Ag markets diverged modestly Thursday morning
Sliding soybean prices seemed to undercut corn Thursday morning. The corn market is probably suffering from downward pressure as the Corn Belt harvest accelerates, but the modest overnight losses seemed to be sparked by concurrent selling in the soy complex. December corn sank 3.0 cents to $4.5175/bushel around dawn Thursday, and May dipped 3.25 cents to $4.7225.
Chinese sales probably depressed the soy complex in early trade. Chinese officials reportedly sold a substantial amount of soybeans from state reserves early Thursday morning, which suggests diminished short-term import demand. Meanwhile, persistent weakness in the Asian palm oil markets seemed to weigh upon soy oil values. November soybeans fell 8.25 cents to $13.135/bushel in early Thursday action, while October soyoil slipped 0.17 cents to 41.65 cents/pound, and October soymeal sagged $2.9 to $415.7/ton.
The wheat markets were mixed to start Thursday trading. The global wheat situation still seems rather bullish, with traders focusing upon potential Chinese buying and Argentine crop problems. However, there was little fresh news Wednesday night, which seemed to render the markets vulnerable to selling spilling over from the soybean pit. December CBOT wheat slid 1.75 cents to $6.6875/bushel early Thursday morning, while December KCBT wheat edged down 0.25 cent to $7.18, and December MGE futures gained 1.25 cents to $7.195.
Mixed beef news seemed to have a similar effect upon cattle futures last night. The cattle market has risen significantly in response to good news lately. Rising wholesale prices have been a part of that equation. However, beef cutout values turned mixed Wednesday, thereby seeming to rob the market of some of its upward momentum. October cattle futures skidded 0.17 cents to 127.37 cents/pound as trading accelerated Thursday, while December was flat at 131.27. Meanwhile, October feeder cattle surged 0.45 cents to 163.37 cents/pound, and January lifted 0.15 cents to 163.20.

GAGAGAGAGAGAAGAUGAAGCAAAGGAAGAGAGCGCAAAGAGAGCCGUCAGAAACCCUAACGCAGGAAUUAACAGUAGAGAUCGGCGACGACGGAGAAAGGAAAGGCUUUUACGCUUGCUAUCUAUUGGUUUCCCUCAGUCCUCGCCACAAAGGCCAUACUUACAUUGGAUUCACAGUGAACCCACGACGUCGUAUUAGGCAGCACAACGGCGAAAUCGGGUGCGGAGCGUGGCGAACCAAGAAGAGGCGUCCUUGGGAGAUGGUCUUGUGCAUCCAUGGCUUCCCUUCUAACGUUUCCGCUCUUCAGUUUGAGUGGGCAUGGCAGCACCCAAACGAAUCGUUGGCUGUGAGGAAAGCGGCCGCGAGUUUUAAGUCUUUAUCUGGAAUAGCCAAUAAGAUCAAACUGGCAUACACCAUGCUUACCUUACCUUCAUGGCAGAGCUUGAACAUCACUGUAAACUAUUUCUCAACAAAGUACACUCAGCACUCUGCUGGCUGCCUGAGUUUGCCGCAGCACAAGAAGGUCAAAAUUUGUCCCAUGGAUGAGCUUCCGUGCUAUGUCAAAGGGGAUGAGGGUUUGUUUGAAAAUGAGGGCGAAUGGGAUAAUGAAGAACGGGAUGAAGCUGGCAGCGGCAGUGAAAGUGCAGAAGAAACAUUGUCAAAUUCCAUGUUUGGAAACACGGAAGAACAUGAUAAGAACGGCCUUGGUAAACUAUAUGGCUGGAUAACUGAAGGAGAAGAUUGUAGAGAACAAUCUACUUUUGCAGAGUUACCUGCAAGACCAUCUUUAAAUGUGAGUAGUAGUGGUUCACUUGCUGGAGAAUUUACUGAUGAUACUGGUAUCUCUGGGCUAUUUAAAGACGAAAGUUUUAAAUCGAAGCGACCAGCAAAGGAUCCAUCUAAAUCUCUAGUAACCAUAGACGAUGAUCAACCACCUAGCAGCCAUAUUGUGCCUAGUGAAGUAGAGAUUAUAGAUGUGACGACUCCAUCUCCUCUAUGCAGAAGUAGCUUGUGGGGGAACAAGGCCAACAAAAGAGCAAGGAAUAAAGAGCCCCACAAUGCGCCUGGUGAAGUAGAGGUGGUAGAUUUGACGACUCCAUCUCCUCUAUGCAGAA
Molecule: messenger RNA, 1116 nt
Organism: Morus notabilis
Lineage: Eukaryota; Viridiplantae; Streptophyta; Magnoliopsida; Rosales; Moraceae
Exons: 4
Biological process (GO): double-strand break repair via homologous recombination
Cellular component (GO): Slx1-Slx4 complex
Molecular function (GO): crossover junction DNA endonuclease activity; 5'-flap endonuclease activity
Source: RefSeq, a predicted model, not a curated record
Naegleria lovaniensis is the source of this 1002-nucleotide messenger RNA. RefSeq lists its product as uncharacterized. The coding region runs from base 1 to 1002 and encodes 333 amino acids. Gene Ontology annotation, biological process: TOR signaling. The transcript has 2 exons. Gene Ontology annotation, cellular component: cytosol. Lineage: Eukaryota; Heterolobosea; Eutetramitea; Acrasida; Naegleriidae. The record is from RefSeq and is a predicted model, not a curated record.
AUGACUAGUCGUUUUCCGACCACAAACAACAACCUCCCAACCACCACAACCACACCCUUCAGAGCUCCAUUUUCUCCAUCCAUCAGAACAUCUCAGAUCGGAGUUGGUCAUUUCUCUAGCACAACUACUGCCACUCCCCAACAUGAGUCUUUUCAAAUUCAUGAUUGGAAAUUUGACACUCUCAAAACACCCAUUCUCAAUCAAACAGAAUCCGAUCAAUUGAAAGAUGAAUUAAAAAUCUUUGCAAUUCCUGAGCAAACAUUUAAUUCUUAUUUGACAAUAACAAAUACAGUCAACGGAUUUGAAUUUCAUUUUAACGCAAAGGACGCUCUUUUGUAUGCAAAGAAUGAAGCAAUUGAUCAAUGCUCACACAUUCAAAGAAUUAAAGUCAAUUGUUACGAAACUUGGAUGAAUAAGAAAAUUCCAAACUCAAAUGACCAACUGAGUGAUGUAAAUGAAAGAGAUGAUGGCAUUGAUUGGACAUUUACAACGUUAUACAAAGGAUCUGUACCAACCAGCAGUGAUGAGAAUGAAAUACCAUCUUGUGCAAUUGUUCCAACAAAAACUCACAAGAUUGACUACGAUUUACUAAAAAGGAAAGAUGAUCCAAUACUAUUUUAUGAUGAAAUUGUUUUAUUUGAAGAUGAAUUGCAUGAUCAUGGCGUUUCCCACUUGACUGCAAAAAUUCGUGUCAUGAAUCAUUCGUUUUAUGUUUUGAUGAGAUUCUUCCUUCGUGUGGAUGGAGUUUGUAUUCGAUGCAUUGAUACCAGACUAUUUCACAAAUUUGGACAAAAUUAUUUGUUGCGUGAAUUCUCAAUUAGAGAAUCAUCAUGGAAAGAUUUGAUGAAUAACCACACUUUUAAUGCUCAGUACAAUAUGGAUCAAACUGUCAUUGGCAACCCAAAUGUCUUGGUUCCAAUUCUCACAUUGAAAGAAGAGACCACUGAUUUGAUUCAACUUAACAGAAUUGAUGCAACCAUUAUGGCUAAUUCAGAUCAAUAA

Hog futures suffered from late Wednesday reports of cash weakness. The hog and pork complex has proven quite strong on a seasonal basis lately, with a sizeable discount built into nearby CME futures opening the door to a big Chicago advance. However, that move halved the difference early this week. Thus, Wednesday afternoon reports of cash weakness weighed rather heavily upon nearby futures overnight. October hog futures dropped 0.42 cents to 93.27 cents/pound early Thursday morning, while December lost 0.27 cents to 88.32.
Chinese news boosted cotton futures overnight. Chinese officials announced Wednesday night that they have made no decision concerning another round of sales from state-owned cotton reserves this year. One could probably argue for a price reaction in either direction. However, those officials also stated China’s 2013 cotton crop at 6.315 million tonnes, which represents a 337,000-tonne (5%) annual reduction. That sparked modest buying in New York. December cotton gained 0.30 cents to 84.95 cents/pound around sunrise Thursday, while March added 0.38 at 84.80.